Saturday, July 23, 2011

Don't bank on your phone: Too easily hacked

Alex Fidgen of MWR InfoSecurity, one of the biggest cybercrime-busting outfits in Britain came out with a very scary statement this week.

It's normal line of business is to legally hack into computers to test and improve their company's security. More recently MWR has turned its attention to smartphones and found that it can crack open every new handset it sees.

"The mobile phone industry is not fit for purpose, especially for financial transactions," says Fidgen. "The evidence is irrefutable. You cannot be assured of security with modern smartphones. As soon as the handset is compromised, then any data is up for grabs."

Fidgen says the fault lies with the handset manufacturers rather than the network providers or banks. In the race to bring new phones and new features to the market, many have left security low on the agenda.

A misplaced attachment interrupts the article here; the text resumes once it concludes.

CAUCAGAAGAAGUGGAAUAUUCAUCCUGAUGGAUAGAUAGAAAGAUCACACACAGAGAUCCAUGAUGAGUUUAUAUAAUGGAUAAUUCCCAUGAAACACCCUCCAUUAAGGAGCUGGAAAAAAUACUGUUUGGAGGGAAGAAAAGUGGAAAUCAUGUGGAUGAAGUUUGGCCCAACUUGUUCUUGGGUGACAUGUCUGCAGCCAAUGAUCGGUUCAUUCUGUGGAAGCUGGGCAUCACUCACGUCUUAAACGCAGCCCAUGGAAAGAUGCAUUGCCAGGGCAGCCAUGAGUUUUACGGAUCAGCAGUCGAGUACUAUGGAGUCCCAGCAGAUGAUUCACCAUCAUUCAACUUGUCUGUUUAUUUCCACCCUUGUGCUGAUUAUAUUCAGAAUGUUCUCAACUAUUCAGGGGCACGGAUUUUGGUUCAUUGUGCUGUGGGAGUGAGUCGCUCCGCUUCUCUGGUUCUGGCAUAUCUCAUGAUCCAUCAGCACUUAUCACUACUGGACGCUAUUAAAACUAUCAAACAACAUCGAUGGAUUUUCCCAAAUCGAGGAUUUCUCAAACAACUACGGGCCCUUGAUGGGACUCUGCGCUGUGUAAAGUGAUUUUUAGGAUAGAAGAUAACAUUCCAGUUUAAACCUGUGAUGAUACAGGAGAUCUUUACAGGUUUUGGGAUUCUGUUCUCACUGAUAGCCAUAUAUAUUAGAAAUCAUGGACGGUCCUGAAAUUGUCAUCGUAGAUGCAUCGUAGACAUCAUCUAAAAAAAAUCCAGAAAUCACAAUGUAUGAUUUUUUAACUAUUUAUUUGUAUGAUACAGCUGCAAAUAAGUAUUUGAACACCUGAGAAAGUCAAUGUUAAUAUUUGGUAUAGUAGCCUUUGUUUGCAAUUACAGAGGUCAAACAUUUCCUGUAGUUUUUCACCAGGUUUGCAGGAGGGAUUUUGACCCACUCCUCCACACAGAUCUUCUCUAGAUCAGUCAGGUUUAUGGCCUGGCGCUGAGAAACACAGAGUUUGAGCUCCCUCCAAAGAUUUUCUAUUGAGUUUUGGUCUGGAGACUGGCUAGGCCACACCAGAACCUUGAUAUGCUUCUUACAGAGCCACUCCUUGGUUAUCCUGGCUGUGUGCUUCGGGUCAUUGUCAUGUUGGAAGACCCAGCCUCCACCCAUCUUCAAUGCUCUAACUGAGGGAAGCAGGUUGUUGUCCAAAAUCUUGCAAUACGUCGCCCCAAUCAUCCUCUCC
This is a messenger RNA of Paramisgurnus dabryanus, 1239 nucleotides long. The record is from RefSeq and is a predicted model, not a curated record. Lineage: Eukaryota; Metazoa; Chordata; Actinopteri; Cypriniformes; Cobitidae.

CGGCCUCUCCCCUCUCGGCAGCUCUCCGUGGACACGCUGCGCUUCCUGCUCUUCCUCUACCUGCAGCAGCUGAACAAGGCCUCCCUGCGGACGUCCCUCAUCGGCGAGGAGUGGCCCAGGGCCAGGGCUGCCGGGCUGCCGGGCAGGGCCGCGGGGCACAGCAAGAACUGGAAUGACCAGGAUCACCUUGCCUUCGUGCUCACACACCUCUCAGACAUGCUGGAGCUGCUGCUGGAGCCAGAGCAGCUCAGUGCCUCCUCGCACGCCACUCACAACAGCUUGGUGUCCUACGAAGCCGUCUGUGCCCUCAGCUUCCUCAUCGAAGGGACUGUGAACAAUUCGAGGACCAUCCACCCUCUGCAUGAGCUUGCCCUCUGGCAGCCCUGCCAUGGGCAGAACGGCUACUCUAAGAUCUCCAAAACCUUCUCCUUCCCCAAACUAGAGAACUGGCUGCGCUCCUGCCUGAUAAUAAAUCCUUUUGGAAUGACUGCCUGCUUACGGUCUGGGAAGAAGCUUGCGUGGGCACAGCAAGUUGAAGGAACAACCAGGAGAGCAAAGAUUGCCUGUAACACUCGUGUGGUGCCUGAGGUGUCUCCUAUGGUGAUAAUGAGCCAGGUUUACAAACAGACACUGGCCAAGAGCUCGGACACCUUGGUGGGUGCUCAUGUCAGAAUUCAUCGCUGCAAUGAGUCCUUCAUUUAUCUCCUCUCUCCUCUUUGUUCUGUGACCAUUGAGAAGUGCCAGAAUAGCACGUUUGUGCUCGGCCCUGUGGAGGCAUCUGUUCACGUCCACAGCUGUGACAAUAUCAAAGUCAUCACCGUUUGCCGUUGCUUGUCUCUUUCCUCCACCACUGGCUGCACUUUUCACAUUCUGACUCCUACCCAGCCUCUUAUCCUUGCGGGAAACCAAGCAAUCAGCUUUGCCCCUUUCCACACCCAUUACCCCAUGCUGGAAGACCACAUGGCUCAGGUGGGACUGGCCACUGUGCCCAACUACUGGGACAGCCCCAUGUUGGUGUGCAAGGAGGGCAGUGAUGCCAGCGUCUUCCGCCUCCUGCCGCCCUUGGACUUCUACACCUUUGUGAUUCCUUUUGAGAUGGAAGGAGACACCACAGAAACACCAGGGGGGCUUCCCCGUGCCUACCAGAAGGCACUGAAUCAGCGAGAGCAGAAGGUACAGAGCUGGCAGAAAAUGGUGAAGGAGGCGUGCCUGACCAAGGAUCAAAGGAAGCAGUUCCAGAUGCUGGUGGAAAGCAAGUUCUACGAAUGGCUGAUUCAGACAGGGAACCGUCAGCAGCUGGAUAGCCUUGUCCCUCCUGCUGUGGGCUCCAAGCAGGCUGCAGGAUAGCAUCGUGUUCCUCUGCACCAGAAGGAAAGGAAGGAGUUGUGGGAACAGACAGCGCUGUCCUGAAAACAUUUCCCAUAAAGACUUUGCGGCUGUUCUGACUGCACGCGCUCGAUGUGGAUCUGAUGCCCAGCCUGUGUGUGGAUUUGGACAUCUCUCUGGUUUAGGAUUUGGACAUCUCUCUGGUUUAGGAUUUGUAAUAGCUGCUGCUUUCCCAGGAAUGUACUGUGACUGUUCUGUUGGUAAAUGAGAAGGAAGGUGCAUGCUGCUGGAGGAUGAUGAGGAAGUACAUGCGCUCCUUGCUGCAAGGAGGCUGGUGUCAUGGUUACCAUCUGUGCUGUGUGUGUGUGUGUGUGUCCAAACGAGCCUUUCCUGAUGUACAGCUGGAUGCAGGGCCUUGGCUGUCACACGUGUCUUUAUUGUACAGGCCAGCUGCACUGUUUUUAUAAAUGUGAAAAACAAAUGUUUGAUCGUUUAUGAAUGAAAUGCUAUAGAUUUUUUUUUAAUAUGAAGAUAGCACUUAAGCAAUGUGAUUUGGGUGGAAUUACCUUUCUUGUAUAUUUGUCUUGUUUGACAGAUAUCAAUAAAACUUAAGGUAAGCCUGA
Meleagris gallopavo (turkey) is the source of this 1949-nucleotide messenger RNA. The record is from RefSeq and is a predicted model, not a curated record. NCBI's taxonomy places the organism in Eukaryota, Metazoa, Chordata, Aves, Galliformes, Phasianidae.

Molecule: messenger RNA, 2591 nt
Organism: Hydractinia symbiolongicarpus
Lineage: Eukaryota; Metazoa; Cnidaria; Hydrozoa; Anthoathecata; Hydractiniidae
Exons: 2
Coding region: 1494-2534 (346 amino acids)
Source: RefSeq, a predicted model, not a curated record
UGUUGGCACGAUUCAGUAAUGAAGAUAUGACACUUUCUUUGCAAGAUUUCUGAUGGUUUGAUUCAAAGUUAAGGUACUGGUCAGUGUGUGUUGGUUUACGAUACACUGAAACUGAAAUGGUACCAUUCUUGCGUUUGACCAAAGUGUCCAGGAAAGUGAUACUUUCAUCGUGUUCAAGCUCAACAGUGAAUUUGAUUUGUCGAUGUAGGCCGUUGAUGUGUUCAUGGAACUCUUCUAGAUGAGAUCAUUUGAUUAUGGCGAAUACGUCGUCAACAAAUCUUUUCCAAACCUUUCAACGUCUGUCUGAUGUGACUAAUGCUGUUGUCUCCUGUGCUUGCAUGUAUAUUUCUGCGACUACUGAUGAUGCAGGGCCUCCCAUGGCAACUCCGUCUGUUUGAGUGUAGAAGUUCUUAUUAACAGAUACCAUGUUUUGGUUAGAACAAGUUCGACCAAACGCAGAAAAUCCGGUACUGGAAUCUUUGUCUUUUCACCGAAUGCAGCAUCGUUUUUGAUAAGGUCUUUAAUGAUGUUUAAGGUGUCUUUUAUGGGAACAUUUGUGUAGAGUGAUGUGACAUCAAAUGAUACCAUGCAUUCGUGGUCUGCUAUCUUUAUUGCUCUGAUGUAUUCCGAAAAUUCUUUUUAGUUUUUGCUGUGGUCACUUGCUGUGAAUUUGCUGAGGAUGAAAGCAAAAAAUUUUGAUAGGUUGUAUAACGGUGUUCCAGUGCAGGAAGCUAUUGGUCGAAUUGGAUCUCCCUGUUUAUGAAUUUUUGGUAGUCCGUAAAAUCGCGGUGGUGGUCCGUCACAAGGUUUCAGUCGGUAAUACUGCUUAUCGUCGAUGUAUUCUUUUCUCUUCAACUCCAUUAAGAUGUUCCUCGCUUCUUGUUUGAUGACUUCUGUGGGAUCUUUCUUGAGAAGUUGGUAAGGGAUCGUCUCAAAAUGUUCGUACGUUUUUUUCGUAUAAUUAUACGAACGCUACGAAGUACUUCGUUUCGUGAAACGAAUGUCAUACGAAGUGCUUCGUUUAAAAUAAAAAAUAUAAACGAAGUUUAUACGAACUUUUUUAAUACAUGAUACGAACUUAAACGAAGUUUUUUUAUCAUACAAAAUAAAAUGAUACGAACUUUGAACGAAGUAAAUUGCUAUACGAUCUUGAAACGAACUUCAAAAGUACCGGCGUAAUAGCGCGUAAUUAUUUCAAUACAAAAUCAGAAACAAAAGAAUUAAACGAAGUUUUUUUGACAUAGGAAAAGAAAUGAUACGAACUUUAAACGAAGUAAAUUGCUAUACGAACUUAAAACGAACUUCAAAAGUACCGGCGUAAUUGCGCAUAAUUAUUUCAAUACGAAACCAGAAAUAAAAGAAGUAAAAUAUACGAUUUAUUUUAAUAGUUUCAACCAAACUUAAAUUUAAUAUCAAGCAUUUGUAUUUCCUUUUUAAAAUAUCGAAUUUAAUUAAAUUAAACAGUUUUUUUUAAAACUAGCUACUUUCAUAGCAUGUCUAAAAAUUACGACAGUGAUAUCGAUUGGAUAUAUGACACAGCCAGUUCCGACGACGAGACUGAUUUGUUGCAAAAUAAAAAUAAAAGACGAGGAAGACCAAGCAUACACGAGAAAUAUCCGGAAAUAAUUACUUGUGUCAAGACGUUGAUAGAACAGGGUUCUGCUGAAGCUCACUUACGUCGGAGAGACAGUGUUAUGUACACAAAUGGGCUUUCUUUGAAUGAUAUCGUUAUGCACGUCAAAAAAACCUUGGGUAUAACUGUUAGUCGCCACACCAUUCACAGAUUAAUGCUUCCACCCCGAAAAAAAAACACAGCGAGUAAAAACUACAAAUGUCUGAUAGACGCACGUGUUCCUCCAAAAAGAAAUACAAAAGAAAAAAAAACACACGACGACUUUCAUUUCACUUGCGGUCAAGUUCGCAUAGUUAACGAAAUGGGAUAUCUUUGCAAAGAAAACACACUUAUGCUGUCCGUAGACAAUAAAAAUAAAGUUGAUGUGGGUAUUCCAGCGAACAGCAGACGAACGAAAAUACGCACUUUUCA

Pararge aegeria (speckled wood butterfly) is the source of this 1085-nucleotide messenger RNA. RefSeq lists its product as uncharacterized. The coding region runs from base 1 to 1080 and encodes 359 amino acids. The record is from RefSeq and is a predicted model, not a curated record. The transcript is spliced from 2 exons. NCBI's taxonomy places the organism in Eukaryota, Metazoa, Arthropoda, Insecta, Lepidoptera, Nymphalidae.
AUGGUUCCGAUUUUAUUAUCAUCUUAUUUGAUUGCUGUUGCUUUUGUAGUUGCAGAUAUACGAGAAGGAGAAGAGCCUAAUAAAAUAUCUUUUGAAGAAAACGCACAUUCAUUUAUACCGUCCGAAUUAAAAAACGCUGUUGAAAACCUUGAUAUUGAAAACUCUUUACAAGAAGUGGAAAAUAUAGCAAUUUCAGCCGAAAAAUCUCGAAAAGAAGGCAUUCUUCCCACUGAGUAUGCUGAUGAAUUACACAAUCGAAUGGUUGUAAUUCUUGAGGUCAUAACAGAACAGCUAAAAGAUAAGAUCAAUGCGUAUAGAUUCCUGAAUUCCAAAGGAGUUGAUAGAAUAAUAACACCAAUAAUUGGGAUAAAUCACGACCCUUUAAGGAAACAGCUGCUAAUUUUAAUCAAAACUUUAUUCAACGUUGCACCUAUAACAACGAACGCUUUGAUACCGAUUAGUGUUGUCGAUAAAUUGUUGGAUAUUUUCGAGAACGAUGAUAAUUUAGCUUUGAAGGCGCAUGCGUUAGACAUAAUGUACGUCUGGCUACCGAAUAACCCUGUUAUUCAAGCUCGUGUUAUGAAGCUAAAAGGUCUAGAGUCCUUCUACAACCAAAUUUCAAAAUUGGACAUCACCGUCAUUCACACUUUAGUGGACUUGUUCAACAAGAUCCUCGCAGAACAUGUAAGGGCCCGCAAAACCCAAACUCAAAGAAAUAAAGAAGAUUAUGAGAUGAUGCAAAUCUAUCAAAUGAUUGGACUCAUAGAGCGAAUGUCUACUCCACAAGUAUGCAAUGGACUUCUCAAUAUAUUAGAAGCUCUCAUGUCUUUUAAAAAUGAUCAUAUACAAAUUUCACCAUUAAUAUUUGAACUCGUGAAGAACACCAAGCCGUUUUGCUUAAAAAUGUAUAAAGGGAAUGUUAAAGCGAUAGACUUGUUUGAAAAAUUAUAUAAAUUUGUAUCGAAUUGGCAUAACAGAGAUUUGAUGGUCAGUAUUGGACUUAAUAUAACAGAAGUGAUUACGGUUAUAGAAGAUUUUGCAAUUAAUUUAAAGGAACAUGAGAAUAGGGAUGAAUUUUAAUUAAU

Yet modern smartphones are in effect PCs with phones attached and, particularly when they are used in public Wi-Fi hotspots, they can become fatally compromised.

Trojans can enter a smartphone in many devious ways. All you have to do is click on a link or attachment that contains the virus, and within seconds it can secretly seize control of the phone. That link might be a tinyurl in Twitter. The attachment could be a vCard, the standard format for sending a business card to a phone.

Or it could be that you are accessing a website in a cafe. At Wi-Fi hotspots, fraudsters create bogus gateways, known as "evil twins", to which the latest mobile phones will automatically connect.

As the Guardian revealed in April, once a connection is established, all the information passing through the gateway can be read directly or decrypted, allowing fraudsters to harvest user names, passwords and messages.

Until now, these attacks have been rare but now experts say that's just because smartphones are still taking off. "We're walking into a minefield," says Fidgen, who has been warning about the risks of mobile banking for several months, "but nobody's bloody listening."

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